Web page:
It is important to note that although the home visits were voluntary, every teacher visited with each of their families. This would not have been possible unless teachers were convinced that this was worth their time. But there were two key things that also made a difference: teachers were paid for their time, and they were provided their student rosters much earlier than usual. In my conversations with teachers, these are what they said would be important. The compensation served as an acknowledgment of their time, and most teachers conducted the virtual visits in the summer when they were more likely to feel refreshed and excited about the start of the new school year.
The degree to which a child trusts her teacher, a parent trusts her child’s teacher and a teacher trusts her student’s family can have a substantial impact on the child’s learning.
Communicating what’s important: The Big Three and The One Thing
One obstacle that impedes families from meaningfully participating in their child’s learning is uncertainty about what exactly their child should be learning. The sheer number of assignments, tasks and assessments exacerbates an already confusing collection of learning and achievement standards. What parents need to know is: A) What are the 3-4 most important things their child needs to learn this year; B) How their child is learning in these areas; and C) What is the most important thing they can do at home to help their child progress in these areas. Unfortunately, despite our best intentions, schools rarely communicate this information to families. Instead, families tend to be inundated with information, assessment results and grades. Not surprisingly, several studies have illustrated that parents rarely have an accurate idea of how their child is performing in key areas of learning.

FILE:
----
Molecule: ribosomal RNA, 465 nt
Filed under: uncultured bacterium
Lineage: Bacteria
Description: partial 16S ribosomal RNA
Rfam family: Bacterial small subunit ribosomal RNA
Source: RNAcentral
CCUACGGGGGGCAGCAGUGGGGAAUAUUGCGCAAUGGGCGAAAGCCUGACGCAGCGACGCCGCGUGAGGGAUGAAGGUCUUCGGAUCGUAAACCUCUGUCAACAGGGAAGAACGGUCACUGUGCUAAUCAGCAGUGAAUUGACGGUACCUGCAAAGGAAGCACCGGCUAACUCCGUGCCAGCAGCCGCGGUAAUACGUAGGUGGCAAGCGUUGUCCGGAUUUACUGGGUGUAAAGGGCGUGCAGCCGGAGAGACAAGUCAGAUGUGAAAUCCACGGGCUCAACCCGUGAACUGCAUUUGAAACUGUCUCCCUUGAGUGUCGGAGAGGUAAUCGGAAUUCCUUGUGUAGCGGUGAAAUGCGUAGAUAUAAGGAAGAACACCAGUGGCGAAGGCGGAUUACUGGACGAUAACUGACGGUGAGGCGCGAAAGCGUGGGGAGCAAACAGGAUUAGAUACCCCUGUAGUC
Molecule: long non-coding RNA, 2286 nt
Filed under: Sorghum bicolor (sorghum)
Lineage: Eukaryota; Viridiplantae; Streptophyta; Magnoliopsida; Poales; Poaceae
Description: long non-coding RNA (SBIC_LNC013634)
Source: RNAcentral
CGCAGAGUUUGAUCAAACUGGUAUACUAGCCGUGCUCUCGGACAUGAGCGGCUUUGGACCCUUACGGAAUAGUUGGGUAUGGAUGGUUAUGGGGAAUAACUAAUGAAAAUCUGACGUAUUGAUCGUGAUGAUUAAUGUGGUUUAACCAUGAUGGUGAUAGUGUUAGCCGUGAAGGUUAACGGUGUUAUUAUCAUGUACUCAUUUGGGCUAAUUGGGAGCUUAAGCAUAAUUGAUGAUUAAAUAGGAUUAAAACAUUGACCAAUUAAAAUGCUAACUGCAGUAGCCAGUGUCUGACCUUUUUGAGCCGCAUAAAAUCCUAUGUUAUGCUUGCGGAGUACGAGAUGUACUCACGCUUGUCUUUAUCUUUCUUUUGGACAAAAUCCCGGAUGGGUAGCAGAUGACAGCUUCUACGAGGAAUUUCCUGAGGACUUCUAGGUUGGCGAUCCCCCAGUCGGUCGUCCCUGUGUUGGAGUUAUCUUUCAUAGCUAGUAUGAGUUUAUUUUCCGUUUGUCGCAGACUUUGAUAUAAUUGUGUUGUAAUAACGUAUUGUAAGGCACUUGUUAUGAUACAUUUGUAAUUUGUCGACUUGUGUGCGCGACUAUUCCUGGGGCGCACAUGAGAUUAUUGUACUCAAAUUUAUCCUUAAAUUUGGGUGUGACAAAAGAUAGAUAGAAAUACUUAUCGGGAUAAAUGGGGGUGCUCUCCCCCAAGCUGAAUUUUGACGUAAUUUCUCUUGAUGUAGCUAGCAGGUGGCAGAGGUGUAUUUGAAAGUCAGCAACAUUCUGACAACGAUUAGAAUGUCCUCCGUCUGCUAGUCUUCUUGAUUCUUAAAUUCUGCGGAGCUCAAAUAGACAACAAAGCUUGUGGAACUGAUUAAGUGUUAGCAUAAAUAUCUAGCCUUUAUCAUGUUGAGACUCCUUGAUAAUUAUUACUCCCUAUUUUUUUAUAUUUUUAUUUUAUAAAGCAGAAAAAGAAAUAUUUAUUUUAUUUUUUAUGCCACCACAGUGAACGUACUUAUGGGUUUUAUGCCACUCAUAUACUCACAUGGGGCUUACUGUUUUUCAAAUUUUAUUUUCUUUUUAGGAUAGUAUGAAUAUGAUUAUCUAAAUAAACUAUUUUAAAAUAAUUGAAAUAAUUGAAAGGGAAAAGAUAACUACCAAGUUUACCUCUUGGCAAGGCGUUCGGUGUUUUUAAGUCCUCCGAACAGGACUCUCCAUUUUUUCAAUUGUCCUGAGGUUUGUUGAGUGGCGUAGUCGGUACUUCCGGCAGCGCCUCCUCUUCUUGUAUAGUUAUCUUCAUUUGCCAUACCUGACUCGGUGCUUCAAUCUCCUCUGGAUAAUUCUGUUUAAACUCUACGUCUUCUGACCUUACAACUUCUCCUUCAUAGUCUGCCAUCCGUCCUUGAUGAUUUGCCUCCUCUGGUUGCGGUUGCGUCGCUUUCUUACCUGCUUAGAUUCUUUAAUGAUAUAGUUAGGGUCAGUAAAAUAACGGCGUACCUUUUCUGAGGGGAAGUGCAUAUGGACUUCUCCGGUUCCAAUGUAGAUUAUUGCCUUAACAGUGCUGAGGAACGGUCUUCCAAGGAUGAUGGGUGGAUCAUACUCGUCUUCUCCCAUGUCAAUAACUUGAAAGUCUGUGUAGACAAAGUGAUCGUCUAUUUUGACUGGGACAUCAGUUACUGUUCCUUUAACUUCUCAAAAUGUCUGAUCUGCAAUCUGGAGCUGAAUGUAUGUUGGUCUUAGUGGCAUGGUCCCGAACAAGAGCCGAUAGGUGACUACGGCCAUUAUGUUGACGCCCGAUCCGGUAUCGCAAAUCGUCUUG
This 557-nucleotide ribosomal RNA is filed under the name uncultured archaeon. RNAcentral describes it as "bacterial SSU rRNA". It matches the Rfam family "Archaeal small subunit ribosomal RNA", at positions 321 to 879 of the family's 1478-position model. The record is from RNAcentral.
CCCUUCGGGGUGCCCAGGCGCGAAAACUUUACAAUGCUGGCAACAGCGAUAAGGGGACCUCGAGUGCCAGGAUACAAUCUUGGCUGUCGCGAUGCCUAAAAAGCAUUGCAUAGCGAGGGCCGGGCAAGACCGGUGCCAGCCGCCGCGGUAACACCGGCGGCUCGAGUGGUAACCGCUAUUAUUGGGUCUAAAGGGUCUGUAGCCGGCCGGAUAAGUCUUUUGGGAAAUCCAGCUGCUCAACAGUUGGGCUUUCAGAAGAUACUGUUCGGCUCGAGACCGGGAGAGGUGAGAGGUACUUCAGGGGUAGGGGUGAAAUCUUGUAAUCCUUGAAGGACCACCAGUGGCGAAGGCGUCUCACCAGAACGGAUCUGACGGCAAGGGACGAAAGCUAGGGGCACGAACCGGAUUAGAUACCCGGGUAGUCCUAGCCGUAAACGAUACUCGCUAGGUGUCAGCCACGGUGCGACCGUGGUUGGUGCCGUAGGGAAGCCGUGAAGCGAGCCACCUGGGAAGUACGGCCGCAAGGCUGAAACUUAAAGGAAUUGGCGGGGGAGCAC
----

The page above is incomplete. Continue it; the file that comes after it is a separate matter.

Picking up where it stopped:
Our solution to this dilemma has been to define the essential standards in mathematics and English language arts. For families, we call them The Big Three, and we don’t just communicate these to families, but share how their child is performing in each of The Big Three. But it doesn’t stop there; we also teach families The One Thing, which is the one key strategy that families can use with their child at home to help them achieve one (or more) of The Big Three. Our school’s focus is on math problem-solving, and the one thing families can do is ask their child to find multiple solutions to a math problem, and to explain their thinking. A simple, yet powerful approach to working with families.
An important next step is to develop a calendar of events to help parents effectively apply The One Thing with their child. Just as our students are unlikely to learn new strategies the first time they’re taught, parents need repeated opportunities to see the strategy modeled, to practice the strategy and to receive constructive feedback. Every event that parents might attend becomes an opportunity to model, practice and provide feedback. I feel guilty if we miss an opportunity. Our consultant, Ron Mirr, has reinforced this idea to the extent that I hear his voice in my head before every family event, Coffee with the Principal and school gathering, asking, “What strategy will you practice with families?” Traditional family events like Back to School Night and parent-teacher conferences have become platforms to reinforce The Big Three and practice The One Thing.